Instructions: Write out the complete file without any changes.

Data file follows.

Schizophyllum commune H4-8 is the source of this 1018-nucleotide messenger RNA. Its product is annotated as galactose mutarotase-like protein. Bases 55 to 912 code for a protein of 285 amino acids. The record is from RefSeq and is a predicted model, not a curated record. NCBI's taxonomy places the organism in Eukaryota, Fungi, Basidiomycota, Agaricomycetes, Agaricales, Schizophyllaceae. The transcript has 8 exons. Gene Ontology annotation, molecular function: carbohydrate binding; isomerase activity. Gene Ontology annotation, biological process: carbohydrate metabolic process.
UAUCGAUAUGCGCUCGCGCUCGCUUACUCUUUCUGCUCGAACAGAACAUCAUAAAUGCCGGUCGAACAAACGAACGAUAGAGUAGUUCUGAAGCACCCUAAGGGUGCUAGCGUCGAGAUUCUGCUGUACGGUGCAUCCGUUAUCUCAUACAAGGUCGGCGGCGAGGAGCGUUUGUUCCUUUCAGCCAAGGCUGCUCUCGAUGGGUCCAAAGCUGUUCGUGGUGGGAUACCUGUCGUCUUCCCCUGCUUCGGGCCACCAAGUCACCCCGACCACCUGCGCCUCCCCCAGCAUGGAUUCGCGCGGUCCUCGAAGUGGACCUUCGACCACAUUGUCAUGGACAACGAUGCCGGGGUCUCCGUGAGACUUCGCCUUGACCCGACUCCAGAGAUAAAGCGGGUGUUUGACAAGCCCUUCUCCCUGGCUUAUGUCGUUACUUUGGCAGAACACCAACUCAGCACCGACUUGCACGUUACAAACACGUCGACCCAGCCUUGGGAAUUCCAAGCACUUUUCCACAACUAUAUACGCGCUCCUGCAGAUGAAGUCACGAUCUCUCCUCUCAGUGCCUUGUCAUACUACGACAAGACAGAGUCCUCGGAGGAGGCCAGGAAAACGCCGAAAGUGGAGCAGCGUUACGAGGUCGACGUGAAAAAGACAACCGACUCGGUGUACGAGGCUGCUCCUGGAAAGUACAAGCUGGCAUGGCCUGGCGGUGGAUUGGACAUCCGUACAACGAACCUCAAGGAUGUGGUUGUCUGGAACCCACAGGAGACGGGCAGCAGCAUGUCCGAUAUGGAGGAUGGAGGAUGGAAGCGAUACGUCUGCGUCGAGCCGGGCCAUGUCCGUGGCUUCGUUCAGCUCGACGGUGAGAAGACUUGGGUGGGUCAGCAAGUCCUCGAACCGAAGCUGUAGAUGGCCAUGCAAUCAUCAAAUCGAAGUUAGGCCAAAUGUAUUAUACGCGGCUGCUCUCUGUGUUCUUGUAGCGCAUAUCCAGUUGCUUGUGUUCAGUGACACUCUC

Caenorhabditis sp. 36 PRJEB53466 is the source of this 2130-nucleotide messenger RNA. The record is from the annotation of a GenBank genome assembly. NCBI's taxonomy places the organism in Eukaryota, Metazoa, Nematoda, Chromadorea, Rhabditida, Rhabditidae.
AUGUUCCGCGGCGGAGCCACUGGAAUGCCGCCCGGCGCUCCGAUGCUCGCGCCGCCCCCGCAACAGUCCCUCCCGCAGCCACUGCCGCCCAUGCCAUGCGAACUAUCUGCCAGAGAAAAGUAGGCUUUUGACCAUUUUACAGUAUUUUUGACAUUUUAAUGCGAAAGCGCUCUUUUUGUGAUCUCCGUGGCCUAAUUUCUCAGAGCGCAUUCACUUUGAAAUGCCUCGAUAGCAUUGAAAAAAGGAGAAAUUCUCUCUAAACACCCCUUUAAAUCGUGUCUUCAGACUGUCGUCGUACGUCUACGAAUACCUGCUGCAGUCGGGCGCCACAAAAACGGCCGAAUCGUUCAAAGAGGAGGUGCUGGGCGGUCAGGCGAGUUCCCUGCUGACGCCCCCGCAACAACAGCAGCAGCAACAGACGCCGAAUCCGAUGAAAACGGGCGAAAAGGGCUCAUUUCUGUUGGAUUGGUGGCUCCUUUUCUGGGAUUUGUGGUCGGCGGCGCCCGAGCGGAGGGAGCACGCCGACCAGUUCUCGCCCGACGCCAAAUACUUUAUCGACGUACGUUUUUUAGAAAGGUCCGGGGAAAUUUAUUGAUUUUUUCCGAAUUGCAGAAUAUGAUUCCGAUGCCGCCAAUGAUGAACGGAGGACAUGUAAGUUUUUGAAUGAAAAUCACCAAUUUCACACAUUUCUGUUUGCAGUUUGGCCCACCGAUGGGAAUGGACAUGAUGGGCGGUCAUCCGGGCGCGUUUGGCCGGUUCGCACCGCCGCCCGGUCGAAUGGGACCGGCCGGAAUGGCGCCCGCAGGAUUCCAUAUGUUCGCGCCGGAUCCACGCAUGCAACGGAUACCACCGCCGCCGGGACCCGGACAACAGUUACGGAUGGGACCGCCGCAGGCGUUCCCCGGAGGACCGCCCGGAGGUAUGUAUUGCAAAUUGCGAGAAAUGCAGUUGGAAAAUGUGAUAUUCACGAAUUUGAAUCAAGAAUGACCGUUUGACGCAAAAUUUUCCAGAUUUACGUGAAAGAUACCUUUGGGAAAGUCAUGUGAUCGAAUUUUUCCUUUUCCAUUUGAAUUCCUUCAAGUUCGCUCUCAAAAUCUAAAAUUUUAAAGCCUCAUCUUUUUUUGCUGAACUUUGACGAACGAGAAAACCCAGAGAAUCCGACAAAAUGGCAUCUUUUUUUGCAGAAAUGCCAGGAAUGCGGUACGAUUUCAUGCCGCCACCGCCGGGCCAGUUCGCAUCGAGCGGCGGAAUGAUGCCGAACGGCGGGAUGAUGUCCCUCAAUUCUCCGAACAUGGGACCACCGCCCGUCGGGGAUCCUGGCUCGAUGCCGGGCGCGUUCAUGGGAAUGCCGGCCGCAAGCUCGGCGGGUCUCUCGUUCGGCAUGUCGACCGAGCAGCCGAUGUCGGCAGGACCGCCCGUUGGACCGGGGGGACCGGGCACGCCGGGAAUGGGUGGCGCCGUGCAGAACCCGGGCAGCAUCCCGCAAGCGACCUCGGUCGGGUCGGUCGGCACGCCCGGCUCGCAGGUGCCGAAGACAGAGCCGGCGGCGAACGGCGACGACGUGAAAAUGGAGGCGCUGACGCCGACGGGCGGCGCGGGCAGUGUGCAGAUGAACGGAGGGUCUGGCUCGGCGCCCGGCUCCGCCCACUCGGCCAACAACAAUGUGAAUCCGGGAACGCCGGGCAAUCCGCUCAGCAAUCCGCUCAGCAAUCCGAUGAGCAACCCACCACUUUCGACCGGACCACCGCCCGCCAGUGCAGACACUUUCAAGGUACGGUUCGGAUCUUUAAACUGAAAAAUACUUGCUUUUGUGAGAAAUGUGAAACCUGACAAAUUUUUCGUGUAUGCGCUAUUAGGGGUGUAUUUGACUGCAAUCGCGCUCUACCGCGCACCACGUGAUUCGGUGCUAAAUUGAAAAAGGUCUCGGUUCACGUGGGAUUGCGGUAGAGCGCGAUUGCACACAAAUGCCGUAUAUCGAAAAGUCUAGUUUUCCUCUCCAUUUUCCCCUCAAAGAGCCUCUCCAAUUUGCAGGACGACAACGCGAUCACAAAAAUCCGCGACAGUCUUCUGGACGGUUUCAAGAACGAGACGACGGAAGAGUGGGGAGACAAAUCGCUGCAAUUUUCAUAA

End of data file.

Schizophyllum commune H4-8 is the source of this 1018-nucleotide messenger RNA. Its product is annotated as galactose mutarotase-like protein. Bases 55 to 912 code for a protein of 285 amino acids. The record is from RefSeq and is a predicted model, not a curated record. NCBI's taxonomy places the organism in Eukaryota, Fungi, Basidiomycota, Agaricomycetes, Agaricales, Schizophyllaceae. The transcript has 8 exons. Gene Ontology annotation, molecular function: carbohydrate binding; isomerase activity. Gene Ontology annotation, biological process: carbohydrate metabolic process.
UAUCGAUAUGCGCUCGCGCUCGCUUACUCUUUCUGCUCGAACAGAACAUCAUAAAUGCCGGUCGAACAAACGAACGAUAGAGUAGUUCUGAAGCACCCUAAGGGUGCUAGCGUCGAGAUUCUGCUGUACGGUGCAUCCGUUAUCUCAUACAAGGUCGGCGGCGAGGAGCGUUUGUUCCUUUCAGCCAAGGCUGCUCUCGAUGGGUCCAAAGCUGUUCGUGGUGGGAUACCUGUCGUCUUCCCCUGCUUCGGGCCACCAAGUCACCCCGACCACCUGCGCCUCCCCCAGCAUGGAUUCGCGCGGUCCUCGAAGUGGACCUUCGACCACAUUGUCAUGGACAACGAUGCCGGGGUCUCCGUGAGACUUCGCCUUGACCCGACUCCAGAGAUAAAGCGGGUGUUUGACAAGCCCUUCUCCCUGGCUUAUGUCGUUACUUUGGCAGAACACCAACUCAGCACCGACUUGCACGUUACAAACACGUCGACCCAGCCUUGGGAAUUCCAAGCACUUUUCCACAACUAUAUACGCGCUCCUGCAGAUGAAGUCACGAUCUCUCCUCUCAGUGCCUUGUCAUACUACGACAAGACAGAGUCCUCGGAGGAGGCCAGGAAAACGCCGAAAGUGGAGCAGCGUUACGAGGUCGACGUGAAAAAGACAACCGACUCGGUGUACGAGGCUGCUCCUGGAAAGUACAAGCUGGCAUGGCCUGGCGGUGGAUUGGACAUCCGUACAACGAACCUCAAGGAUGUGGUUGUCUGGAACCCACAGGAGACGGGCAGCAGCAUGUCCGAUAUGGAGGAUGGAGGAUGGAAGCGAUACGUCUGCGUCGAGCCGGGCCAUGUCCGUGGCUUCGUUCAGCUCGACGGUGAGAAGACUUGGGUGGGUCAGCAAGUCCUCGAACCGAAGCUGUAGAUGGCCAUGCAAUCAUCAAAUCGAAGUUAGGCCAAAUGUAUUAUACGCGGCUGCUCUCUGUGUUCUUGUAGCGCAUAUCCAGUUGCUUGUGUUCAGUGACACUCUC

Caenorhabditis sp. 36 PRJEB53466 is the source of this 2130-nucleotide messenger RNA. The record is from the annotation of a GenBank genome assembly. NCBI's taxonomy places the organism in Eukaryota, Metazoa, Nematoda, Chromadorea, Rhabditida, Rhabditidae.
AUGUUCCGCGGCGGAGCCACUGGAAUGCCGCCCGGCGCUCCGAUGCUCGCGCCGCCCCCGCAACAGUCCCUCCCGCAGCCACUGCCGCCCAUGCCAUGCGAACUAUCUGCCAGAGAAAAGUAGGCUUUUGACCAUUUUACAGUAUUUUUGACAUUUUAAUGCGAAAGCGCUCUUUUUGUGAUCUCCGUGGCCUAAUUUCUCAGAGCGCAUUCACUUUGAAAUGCCUCGAUAGCAUUGAAAAAAGGAGAAAUUCUCUCUAAACACCCCUUUAAAUCGUGUCUUCAGACUGUCGUCGUACGUCUACGAAUACCUGCUGCAGUCGGGCGCCACAAAAACGGCCGAAUCGUUCAAAGAGGAGGUGCUGGGCGGUCAGGCGAGUUCCCUGCUGACGCCCCCGCAACAACAGCAGCAGCAACAGACGCCGAAUCCGAUGAAAACGGGCGAAAAGGGCUCAUUUCUGUUGGAUUGGUGGCUCCUUUUCUGGGAUUUGUGGUCGGCGGCGCCCGAGCGGAGGGAGCACGCCGACCAGUUCUCGCCCGACGCCAAAUACUUUAUCGACGUACGUUUUUUAGAAAGGUCCGGGGAAAUUUAUUGAUUUUUUCCGAAUUGCAGAAUAUGAUUCCGAUGCCGCCAAUGAUGAACGGAGGACAUGUAAGUUUUUGAAUGAAAAUCACCAAUUUCACACAUUUCUGUUUGCAGUUUGGCCCACCGAUGGGAAUGGACAUGAUGGGCGGUCAUCCGGGCGCGUUUGGCCGGUUCGCACCGCCGCCCGGUCGAAUGGGACCGGCCGGAAUGGCGCCCGCAGGAUUCCAUAUGUUCGCGCCGGAUCCACGCAUGCAACGGAUACCACCGCCGCCGGGACCCGGACAACAGUUACGGAUGGGACCGCCGCAGGCGUUCCCCGGAGGACCGCCCGGAGGUAUGUAUUGCAAAUUGCGAGAAAUGCAGUUGGAAAAUGUGAUAUUCACGAAUUUGAAUCAAGAAUGACCGUUUGACGCAAAAUUUUCCAGAUUUACGUGAAAGAUACCUUUGGGAAAGUCAUGUGAUCGAAUUUUUCCUUUUCCAUUUGAAUUCCUUCAAGUUCGCUCUCAAAAUCUAAAAUUUUAAAGCCUCAUCUUUUUUUGCUGAACUUUGACGAACGAGAAAACCCAGAGAAUCCGACAAAAUGGCAUCUUUUUUUGCAGAAAUGCCAGGAAUGCGGUACGAUUUCAUGCCGCCACCGCCGGGCCAGUUCGCAUCGAGCGGCGGAAUGAUGCCGAACGGCGGGAUGAUGUCCCUCAAUUCUCCGAACAUGGGACCACCGCCCGUCGGGGAUCCUGGCUCGAUGCCGGGCGCGUUCAUGGGAAUGCCGGCCGCAAGCUCGGCGGGUCUCUCGUUCGGCAUGUCGACCGAGCAGCCGAUGUCGGCAGGACCGCCCGUUGGACCGGGGGGACCGGGCACGCCGGGAAUGGGUGGCGCCGUGCAGAACCCGGGCAGCAUCCCGCAAGCGACCUCGGUCGGGUCGGUCGGCACGCCCGGCUCGCAGGUGCCGAAGACAGAGCCGGCGGCGAACGGCGACGACGUGAAAAUGGAGGCGCUGACGCCGACGGGCGGCGCGGGCAGUGUGCAGAUGAACGGAGGGUCUGGCUCGGCGCCCGGCUCCGCCCACUCGGCCAACAACAAUGUGAAUCCGGGAACGCCGGGCAAUCCGCUCAGCAAUCCGCUCAGCAAUCCGAUGAGCAACCCACCACUUUCGACCGGACCACCGCCCGCCAGUGCAGACACUUUCAAGGUACGGUUCGGAUCUUUAAACUGAAAAAUACUUGCUUUUGUGAGAAAUGUGAAACCUGACAAAUUUUUCGUGUAUGCGCUAUUAGGGGUGUAUUUGACUGCAAUCGCGCUCUACCGCGCACCACGUGAUUCGGUGCUAAAUUGAAAAAGGUCUCGGUUCACGUGGGAUUGCGGUAGAGCGCGAUUGCACACAAAUGCCGUAUAUCGAAAAGUCUAGUUUUCCUCUCCAUUUUCCCCUCAAAGAGCCUCUCCAAUUUGCAGGACGACAACGCGAUCACAAAAAUCCGCGACAGUCUUCUGGACGGUUUCAAGAACGAGACGACGGAAGAGUGGGGAGACAAAUCGCUGCAAUUUUCAUAA